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Related Party Rules

August 15, 2022

Corporations and related parties are in a position to provide or receive undue advantage in a transaction, and they may be viewed as distinct from ordinary transactions because they may deprive other shareholders of dividends or capital gains. This article will describe how related party transactions are treated.


What is a related party?

A related party is a person who has a certain relationship with a corporation or its officers. A C corporation is considered related to the following individuals or entities.

  • Parent company, subsidiaries, and affiliates.

  • An individual who owns directly or indirectly more than 50 percent of the value of the corporation's outstanding stock.

  • Another corporation if the two are members of the same controlled group.

  • A fiduciary of a trust if the trust or a trust grantor owns directly or indirectly more than 50 percent of the value of the corporation's outstanding stock.

  • A partnership if the same persons own more than 50 percent of the value of the corporation's outstanding stock and more than 50 percent of the capital or profits interest in the partnership.

  • An S corporation if the same persons own more than 50 percent of the value of both corporations' outstanding stock.


Selling Loss Property to a Related Party

Losses on sales or exchanges of property between related parties are disallowed. However, the buyer of the property in the related party sale or exchange in which the seller's loss was disallowed may reduce the amount of any gain recognized on a subsequent sale of the property by the amount of the previously disallowed loss. A corporation may potentially be subject to this loss disallowance rule if the other party is an individual or an entity that is considered related to the corporation as a result of an actual and constructive ownership of stock in the corporation. This loss disallowance rule applies even in the case of a bona fide, valid sale or exchange of property at fair market value.


Selling Depreciable Property to a Related Party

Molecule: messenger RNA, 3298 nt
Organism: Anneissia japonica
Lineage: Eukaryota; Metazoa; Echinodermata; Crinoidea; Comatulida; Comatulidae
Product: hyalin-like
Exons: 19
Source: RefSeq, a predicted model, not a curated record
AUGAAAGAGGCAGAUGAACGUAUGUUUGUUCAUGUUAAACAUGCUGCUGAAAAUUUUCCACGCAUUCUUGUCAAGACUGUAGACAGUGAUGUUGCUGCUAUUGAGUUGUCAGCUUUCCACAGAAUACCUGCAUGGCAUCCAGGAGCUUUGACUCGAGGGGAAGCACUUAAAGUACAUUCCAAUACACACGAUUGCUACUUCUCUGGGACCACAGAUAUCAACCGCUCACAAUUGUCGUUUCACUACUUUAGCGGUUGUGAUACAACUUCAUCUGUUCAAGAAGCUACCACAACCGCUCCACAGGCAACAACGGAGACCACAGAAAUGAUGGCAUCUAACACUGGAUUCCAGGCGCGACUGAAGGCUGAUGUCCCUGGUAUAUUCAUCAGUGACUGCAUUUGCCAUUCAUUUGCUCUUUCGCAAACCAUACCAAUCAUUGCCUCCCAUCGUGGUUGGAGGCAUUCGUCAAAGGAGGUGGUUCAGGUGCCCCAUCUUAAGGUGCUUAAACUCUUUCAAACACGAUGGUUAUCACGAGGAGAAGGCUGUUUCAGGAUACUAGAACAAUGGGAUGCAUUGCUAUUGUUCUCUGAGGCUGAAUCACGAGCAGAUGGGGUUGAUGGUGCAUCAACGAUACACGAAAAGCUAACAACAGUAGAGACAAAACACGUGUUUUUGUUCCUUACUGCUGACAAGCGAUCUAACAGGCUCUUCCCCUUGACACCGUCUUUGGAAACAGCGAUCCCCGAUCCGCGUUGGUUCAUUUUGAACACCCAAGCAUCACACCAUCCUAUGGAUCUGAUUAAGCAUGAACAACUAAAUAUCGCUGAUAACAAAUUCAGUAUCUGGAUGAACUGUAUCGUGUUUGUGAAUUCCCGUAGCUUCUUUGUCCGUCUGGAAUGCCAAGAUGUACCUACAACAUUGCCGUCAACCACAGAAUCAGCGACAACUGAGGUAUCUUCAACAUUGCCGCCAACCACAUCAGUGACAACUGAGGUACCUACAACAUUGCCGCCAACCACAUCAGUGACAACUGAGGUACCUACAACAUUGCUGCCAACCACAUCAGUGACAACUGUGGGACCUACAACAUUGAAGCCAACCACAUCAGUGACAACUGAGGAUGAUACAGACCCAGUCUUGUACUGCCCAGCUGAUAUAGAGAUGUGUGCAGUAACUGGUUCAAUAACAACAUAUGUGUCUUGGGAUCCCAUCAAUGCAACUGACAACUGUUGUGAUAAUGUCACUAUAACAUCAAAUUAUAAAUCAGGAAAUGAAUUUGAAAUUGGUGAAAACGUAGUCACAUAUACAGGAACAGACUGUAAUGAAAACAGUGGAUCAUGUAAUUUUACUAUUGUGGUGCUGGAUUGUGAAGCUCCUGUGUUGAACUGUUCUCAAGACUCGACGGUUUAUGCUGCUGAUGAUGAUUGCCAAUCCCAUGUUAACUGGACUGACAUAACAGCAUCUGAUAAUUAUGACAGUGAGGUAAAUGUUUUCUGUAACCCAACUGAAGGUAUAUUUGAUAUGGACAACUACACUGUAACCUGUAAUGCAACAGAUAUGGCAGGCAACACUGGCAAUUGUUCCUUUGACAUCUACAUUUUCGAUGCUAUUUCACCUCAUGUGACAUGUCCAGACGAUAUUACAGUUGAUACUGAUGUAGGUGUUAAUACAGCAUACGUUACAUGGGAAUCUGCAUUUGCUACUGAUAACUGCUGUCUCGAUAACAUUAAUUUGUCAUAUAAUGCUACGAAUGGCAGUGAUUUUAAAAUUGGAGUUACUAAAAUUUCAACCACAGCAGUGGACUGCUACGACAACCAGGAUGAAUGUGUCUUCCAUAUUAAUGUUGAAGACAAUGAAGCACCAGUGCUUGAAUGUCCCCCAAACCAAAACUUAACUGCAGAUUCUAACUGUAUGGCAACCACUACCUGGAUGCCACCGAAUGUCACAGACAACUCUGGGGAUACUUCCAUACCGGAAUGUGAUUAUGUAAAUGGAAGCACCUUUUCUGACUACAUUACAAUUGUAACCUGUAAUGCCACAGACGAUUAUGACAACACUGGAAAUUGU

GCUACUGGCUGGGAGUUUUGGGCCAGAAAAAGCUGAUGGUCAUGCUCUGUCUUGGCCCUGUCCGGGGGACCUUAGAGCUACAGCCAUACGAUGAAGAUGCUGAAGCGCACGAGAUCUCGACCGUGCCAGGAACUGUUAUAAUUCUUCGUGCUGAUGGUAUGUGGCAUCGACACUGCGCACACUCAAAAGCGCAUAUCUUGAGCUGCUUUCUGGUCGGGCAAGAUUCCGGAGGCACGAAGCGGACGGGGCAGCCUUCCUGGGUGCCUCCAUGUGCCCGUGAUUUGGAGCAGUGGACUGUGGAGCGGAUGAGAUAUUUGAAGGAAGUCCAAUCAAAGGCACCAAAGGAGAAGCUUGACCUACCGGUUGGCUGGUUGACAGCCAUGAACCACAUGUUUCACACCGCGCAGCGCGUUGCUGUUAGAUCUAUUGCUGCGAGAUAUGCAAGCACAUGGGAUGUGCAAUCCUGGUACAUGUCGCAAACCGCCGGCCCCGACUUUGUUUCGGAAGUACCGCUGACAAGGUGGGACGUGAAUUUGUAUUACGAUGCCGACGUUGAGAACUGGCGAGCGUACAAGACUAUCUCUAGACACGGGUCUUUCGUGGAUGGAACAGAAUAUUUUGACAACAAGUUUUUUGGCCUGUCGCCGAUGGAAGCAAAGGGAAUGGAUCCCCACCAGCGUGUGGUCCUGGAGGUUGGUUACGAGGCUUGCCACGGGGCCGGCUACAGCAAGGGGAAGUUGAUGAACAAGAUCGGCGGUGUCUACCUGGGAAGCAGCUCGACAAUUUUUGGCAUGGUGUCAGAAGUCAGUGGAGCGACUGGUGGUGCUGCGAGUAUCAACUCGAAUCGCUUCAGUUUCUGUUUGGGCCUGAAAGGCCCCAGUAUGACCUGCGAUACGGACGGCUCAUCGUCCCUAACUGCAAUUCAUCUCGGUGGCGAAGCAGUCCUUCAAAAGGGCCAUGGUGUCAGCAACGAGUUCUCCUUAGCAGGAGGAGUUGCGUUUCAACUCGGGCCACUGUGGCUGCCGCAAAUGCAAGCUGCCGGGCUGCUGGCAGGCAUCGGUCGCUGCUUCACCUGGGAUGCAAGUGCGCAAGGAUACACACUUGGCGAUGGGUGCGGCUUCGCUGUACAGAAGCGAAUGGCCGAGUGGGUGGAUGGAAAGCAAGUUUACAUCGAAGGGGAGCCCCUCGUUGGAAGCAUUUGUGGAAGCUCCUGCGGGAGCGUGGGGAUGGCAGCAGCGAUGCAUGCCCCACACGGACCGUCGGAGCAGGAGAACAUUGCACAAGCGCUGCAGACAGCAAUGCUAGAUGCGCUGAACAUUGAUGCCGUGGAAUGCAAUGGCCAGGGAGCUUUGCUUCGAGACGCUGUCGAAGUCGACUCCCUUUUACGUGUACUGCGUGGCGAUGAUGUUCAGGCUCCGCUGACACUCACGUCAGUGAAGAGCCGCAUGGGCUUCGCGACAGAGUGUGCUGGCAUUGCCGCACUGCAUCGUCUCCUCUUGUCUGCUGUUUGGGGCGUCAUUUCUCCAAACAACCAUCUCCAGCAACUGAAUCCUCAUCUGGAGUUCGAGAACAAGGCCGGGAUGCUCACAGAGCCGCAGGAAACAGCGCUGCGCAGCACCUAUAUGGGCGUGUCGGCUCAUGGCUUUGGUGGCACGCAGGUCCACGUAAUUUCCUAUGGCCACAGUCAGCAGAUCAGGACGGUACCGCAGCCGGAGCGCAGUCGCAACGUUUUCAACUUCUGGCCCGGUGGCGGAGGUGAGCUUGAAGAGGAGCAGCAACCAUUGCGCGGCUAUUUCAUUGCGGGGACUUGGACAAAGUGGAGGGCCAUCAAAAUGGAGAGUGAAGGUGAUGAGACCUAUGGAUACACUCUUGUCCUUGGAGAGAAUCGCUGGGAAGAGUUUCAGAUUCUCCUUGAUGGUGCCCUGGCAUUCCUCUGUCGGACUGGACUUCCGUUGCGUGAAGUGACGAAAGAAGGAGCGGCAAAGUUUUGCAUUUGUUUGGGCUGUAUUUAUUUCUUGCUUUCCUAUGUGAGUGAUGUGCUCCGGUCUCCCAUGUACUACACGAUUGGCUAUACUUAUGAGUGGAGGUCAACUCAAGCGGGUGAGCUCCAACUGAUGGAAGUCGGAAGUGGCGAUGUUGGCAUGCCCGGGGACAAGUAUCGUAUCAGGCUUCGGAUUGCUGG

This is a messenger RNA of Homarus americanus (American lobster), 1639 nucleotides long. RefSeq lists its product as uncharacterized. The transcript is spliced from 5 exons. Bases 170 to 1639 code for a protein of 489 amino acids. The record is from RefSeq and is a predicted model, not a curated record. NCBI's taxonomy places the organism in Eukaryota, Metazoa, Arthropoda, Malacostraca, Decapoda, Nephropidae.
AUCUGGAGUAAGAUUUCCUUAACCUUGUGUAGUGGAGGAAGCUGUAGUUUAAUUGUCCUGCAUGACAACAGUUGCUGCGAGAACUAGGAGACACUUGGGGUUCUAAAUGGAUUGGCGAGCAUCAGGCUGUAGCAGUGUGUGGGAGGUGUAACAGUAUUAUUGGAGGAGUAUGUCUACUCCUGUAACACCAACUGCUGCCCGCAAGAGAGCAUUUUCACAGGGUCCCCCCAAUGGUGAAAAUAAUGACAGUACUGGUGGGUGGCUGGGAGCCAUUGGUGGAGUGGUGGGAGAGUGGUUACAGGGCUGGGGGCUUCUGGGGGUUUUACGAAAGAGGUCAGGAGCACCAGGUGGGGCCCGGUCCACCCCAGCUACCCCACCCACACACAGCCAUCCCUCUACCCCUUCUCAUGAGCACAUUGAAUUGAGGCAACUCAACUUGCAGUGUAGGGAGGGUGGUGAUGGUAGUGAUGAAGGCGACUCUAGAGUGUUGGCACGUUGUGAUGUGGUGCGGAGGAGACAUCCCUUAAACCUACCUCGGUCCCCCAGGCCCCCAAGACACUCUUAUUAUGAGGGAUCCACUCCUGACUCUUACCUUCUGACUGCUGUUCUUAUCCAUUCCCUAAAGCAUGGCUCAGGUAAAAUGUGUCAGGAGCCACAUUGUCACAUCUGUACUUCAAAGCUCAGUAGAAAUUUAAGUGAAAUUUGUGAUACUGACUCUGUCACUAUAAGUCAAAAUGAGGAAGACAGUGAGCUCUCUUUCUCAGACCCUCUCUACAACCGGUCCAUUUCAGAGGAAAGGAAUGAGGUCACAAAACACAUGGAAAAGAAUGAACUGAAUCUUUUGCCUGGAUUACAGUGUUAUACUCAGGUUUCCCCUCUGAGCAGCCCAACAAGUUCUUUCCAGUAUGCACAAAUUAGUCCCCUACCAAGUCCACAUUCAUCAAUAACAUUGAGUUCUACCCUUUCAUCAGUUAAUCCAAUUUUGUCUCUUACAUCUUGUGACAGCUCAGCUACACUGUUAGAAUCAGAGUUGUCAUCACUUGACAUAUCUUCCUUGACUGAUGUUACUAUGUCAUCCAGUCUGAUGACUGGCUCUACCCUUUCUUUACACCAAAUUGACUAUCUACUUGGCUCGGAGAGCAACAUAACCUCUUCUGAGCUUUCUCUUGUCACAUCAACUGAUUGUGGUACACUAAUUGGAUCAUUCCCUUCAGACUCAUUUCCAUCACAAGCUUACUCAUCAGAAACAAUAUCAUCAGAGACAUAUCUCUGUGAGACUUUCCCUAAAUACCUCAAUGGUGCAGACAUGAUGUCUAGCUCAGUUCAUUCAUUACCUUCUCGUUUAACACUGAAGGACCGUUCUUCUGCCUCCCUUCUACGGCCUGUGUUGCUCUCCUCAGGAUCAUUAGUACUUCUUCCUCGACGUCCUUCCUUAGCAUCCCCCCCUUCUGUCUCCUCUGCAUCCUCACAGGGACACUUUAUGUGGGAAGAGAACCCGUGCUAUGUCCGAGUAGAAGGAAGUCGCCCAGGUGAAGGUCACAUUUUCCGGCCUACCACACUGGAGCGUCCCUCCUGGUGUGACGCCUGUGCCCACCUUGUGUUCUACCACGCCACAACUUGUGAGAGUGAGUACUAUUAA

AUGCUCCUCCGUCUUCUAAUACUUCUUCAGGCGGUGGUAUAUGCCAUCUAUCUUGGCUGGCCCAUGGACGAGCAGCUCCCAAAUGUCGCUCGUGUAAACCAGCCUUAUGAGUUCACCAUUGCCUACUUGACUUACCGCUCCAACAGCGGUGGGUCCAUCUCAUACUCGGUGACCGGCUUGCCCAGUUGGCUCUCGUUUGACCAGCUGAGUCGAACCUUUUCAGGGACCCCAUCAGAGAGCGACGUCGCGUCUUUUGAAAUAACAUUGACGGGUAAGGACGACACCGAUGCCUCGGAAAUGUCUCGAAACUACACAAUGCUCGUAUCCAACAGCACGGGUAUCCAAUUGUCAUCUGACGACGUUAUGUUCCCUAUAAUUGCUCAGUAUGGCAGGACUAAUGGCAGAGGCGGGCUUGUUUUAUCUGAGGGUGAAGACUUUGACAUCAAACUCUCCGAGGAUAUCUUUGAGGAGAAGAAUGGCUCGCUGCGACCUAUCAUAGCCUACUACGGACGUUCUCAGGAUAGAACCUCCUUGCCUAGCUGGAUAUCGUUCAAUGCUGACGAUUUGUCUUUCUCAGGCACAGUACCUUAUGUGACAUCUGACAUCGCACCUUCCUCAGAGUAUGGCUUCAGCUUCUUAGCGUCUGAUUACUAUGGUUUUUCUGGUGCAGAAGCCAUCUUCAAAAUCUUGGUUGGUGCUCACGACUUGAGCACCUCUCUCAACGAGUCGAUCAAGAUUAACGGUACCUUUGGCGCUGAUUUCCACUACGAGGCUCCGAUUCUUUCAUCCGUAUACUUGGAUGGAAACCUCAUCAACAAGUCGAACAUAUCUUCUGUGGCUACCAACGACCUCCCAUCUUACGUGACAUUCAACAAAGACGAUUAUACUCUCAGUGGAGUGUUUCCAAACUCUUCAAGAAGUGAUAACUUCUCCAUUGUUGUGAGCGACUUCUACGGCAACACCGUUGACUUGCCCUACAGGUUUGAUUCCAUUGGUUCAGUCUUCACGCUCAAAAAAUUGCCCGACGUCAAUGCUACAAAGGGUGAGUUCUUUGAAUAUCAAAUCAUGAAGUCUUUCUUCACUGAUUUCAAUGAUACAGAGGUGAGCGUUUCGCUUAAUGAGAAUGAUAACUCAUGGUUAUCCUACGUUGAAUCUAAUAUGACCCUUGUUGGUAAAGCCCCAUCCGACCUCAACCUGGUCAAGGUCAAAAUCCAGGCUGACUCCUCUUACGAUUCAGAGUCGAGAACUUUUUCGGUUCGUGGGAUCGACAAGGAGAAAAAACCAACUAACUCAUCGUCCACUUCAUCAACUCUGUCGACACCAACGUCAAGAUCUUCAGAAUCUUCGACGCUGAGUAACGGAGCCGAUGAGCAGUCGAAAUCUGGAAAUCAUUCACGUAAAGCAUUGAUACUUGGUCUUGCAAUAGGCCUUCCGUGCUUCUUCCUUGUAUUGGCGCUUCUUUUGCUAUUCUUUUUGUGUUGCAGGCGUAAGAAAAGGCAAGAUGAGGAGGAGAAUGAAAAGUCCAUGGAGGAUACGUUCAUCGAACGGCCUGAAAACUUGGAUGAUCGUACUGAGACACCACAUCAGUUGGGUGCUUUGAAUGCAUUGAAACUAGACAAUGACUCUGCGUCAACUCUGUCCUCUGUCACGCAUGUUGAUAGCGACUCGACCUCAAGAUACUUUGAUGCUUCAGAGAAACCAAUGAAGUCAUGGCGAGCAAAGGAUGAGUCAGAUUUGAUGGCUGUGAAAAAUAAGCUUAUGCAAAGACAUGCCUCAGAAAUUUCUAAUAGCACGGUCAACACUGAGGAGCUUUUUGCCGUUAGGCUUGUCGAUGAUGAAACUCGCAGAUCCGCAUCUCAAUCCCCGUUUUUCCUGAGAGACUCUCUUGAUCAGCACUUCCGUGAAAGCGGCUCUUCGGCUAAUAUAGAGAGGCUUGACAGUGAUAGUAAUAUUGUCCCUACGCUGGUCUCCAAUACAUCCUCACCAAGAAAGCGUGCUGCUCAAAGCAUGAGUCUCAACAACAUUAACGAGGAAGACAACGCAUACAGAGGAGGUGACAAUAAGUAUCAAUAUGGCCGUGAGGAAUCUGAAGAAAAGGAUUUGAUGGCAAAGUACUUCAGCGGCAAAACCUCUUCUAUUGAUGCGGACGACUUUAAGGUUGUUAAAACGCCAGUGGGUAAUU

A corporation's gain from the sale or exchange of property to a related person may also be treated as ordinary income if the property is depreciable in the hands of the related purchaser. This rule applies whether the related purchaser actually claims depreciation or amortization.


Using the Installment Method for Related Party Sales

Another set of rules disallows the use of the installment method for reporting gain from the sale of depreciable property between related persons. In such cases, a corporation must treat the installment payments as received in the year in which the depreciable property is sold.


Selling Property Received in Like-Kind Exchange with Related Party

A corporation and a related party that exchange like-kind properties enjoy nonrecognition treatment on the exchange only if they hold the properties received in the exchange for a period of two years after the date of the last transfer that is part of the exchange. If either party disposes of the property received in the exchange within the two-year period, it must consider any gain or loss recognized on the exchange in the year of the disposition.


Matching Deductions with Income Recognition

Unlike losses on transactions between related parties, expense deductions for amounts paid between related parties are not disallowed. However, an accrual-basis corporation can only deduct expenses owed to a related cash-basis taxpayer as of the day the amount paid is includible in the gross income of that taxpayer.


Paying Constructive Dividends and Deducting Payments Made by Shareholders

The IRS may determine that a corporation has paid a constructive dividend to a shareholder if the corporation confers an economic benefit on a shareholder without any expectation of repayment and the benefit to the shareholder is primarily personal in nature. In such cases, the corporation may not claim a deduction for the payment of these expenses. In other instances, a corporation may deduct shareholder's advances to the corporation that are used by the corporation to pay corporate business expenses.


Allocating Income and Deductions Between Related Corporations

If two or more corporations are owned or controlled directly or indirectly by the same interests, the IRS may distribute, apportion, or allocate gross income, deductions, credits, or allowances among such corporations if it determines that this is necessary to prevent tax evasion, or to clearly reflect the corporations' income.


Allocating Items Between a Personal Service Corporation (PSC) and its Shareholders

Companies that provide services in professional fields such as consulting, engineering, accounting, are classified as personal service companies (PSC), and the IRS may also allocate income and tax benefits between a PSC and its employee-owners in certain cases to prevent tax avoidance or evasion or to clearly reflect the income of the PSC and its employee-owners.


When there are related party transactions such as these, various restrictions and rules are imposed, and they can be complicated. Companies should be mindful of properly handling related party transactions rules and consider proper bookkeeping and preparing financial statements.


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